SECTION 1: Market outlook
1.1 What is the outlook for US investment into your
jurisdiction over the next 12 months, given the new US
administration's protectionist focus?
The outlook for US investment into Albania over the next 12
months is not promising, not because of the new US
administration's protectionist focus but due to domestic
reforms that still need time to show results.
1.2 Are there any industries in particular that you think
are more likely to be affected by the US's new economic
The petroleum industry in Albania is more likely than other
sectors to be affected by the US administration's new economic
SECTION 2: Approving foreign investments
2.1 Explain the foreign investment approval process and
Foreign investment is governed by several laws and
regulations; the most significant are the Albanian Constitution
and Law 7764 On Foreign Investments dated November 2 1993, as
amended (Law on Foreign Investments).
According to the Law on Foreign Investments, there are no
specific approval processes and timetables to be followed in
general by the foreign investors.
The constitution guarantees fundamental rights, such as
private ownership, freedom of economic activity, free market
economy, anti-monopolistic protection, free repatriation of
capital and profits, and equal treatment of foreign and
domestic investments and investors.
Law 10303, dated July 15 2010, established the Albanian
Investment Development Agency (Aida), which is the designated
national investment promotion agency.
The following tasks are assigned to Aida: to facilitate and
support direct investment in Albania; to increase the
competitiveness of small and medium-sized enterprises; to
promote and support exports of goods and services. It conducts
activities to improve the business climate, helping private
companies at all stages of their economic activity, as well as
intermediating with investors and state authorities. Aida may
be a valuable resource for potential investors looking to
invest in Albania.
2.2 Are there any investment restrictions in specially
regulated sectors and is the government entitled to any special
rights in these sectors?
There are no investment restrictions in any type of sectors
in Albania; on the contrary, under the Law on Foreign
Investments, foreign investors are granted the same treatment
as nationals and do not require any additional licence or
approval to invest in the country. Foreign investors are free
to establish legal presence, subsidiaries, representative
offices, and branches to the same extent as any domestic
business may and the foreign investor shall not be subjected to
less favourable treatment in terms of taxes.
According to some recent legal amendments, under article
8(a) of the Law on Foreign Investments, the Council of
Ministers may grant special state protection to a foreign
investment in the case that the investment is performed in
public infrastructure or tourism, energy and agriculture on the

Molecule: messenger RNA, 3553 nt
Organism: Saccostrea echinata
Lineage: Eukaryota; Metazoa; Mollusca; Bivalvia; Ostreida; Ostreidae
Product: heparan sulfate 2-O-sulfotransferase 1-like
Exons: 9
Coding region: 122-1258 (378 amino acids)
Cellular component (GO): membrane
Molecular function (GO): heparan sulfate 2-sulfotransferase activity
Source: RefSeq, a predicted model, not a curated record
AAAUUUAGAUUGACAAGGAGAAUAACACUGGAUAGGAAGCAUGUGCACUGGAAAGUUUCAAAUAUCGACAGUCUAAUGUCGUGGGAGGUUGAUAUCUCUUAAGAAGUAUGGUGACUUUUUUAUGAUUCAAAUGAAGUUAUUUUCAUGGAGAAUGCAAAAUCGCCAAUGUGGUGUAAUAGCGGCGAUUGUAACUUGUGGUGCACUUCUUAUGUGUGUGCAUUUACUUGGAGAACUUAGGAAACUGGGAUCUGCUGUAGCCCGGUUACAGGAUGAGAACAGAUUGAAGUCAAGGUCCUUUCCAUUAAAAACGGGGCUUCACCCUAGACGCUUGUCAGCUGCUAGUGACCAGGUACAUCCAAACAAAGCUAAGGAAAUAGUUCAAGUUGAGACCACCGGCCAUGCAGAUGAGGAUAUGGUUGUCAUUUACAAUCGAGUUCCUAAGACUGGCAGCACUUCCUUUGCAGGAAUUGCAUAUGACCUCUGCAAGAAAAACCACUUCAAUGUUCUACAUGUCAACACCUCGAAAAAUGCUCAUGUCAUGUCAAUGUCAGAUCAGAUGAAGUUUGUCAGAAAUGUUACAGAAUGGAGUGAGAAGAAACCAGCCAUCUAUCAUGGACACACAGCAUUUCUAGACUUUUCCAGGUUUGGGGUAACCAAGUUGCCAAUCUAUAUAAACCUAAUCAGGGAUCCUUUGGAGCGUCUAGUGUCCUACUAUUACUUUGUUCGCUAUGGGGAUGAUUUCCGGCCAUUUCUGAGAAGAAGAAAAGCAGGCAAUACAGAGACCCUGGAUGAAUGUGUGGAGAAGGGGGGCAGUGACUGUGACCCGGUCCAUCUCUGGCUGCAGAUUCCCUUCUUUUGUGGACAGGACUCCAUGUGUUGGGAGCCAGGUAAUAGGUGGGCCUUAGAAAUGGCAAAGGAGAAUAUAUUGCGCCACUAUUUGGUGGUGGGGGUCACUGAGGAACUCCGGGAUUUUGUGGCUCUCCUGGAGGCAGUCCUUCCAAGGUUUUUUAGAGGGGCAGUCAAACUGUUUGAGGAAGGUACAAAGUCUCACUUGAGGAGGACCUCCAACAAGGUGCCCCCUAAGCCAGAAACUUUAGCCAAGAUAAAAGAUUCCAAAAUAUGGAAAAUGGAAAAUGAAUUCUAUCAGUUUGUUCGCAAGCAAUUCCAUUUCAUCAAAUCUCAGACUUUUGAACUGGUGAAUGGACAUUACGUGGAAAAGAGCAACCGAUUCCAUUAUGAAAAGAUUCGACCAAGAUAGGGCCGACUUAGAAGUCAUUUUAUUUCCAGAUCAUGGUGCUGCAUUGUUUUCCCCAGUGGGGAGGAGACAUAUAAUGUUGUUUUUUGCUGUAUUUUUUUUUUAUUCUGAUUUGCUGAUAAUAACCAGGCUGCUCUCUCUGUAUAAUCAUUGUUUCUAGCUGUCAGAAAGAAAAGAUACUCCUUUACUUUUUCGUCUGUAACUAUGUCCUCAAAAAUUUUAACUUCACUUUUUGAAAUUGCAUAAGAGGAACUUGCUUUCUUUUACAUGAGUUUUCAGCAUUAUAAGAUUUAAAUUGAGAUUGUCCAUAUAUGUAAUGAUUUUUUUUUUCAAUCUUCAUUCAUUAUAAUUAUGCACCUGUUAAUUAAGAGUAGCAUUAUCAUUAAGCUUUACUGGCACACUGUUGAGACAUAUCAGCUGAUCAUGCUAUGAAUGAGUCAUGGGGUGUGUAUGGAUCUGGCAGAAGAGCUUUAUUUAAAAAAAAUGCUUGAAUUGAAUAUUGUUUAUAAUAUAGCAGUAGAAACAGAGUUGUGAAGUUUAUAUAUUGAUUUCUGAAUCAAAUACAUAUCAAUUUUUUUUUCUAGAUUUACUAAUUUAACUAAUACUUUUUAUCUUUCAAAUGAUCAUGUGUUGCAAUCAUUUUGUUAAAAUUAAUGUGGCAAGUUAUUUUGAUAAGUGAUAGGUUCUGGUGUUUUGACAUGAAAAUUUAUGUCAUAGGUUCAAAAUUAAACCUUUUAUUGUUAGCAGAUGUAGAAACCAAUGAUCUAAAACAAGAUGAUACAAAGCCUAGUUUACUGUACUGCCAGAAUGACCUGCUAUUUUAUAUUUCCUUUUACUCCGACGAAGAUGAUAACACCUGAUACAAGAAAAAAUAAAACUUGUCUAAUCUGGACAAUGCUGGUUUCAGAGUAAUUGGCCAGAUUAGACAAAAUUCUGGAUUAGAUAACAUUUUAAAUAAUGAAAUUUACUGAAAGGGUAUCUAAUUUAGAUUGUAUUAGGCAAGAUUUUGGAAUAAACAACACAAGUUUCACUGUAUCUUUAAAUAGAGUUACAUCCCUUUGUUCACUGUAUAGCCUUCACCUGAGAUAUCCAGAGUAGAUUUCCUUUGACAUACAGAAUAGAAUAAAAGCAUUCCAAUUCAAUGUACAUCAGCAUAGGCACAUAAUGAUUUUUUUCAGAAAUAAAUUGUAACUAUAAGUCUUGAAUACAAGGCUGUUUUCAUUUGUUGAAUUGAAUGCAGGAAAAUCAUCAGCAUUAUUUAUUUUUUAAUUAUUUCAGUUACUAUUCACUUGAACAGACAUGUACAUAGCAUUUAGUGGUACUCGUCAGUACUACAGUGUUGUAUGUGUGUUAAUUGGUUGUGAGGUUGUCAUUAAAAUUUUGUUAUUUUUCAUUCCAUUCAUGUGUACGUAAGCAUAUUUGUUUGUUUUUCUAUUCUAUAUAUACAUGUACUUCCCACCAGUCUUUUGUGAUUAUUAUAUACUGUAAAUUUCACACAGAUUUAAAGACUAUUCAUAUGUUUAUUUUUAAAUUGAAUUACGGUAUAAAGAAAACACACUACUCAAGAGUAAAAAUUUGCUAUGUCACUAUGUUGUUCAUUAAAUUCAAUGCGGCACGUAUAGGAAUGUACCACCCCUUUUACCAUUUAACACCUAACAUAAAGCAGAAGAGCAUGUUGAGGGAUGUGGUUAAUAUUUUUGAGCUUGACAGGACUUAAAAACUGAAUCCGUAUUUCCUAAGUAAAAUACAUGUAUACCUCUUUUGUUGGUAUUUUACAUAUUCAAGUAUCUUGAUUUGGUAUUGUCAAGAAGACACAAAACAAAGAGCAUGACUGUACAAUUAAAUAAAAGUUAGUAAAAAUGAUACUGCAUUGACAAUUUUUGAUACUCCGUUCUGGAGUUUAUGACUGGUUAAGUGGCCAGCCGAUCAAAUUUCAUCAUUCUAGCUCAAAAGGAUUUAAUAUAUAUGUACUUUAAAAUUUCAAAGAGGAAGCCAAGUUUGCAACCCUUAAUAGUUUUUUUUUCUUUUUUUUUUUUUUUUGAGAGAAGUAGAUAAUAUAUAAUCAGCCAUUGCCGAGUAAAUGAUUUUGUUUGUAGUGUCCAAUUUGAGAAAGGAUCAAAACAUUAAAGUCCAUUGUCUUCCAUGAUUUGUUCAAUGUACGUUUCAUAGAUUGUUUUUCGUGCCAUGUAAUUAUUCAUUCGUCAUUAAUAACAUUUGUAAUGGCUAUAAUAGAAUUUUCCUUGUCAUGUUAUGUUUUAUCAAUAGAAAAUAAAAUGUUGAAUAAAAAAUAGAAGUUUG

basis of a state concession contract; or on immovable property
granted by Albanian government; or on an immovable property
upon which the foreign investor has acquired proprietary
rights. The latter is on the basis of documents or public acts
lawfully issued by a competent state body or public entity, and
where an investor performs or plans to perform an investment
for a value not less than €10 million ($11.75
2.3 Which authority oversees competition clearance and give
a brief overview of the merger clearance process?
The Albanian Competition Authority (ACA) is established by
the Competition Law, and is composed of a commission of five
members and a secretariat. The Competition Commission is the
decision making body.
The Competition Law requires mandatory notification of all
transactions that result in a 'concentration of undertakings'
and which meet the relevant thresholds independently of whether
such transaction is by way of a merger, an acquisition or a
public takeover. Any joint-venture (JV) that performs the
function of an independent economic unit is also subject to the
Competition Law. More specifically, a concentration under the
Competition Law shall be deemed to arise where a change of
control on a lasting basis results from:
- the merger of two or more previously independent
undertakings or parts of undertakings; or
- the acquisition by one or more persons already
controlling at least one undertaking, or by one or more
undertakings, whether by purchase of securities or assets,
contract or by any other means, of direct or indirect control
of the whole or parts of one or more other undertakings.
The creation of a JV shall not be deemed to be a JV if the
scope of the JV is the coordination of competing activities
between two or more independent undertakings.
Concentrations require notification with the Competition
Authority if in the last financial year preceding the
concentration some relevant legal conditions are met.
The deadline for notification is 30 calendar days from the
date of the conclusion of an agreement for merger, acquisition
of control, creation of a JV or submission of a public bid for
acquisition or exchange. A filing shall be made on the basis of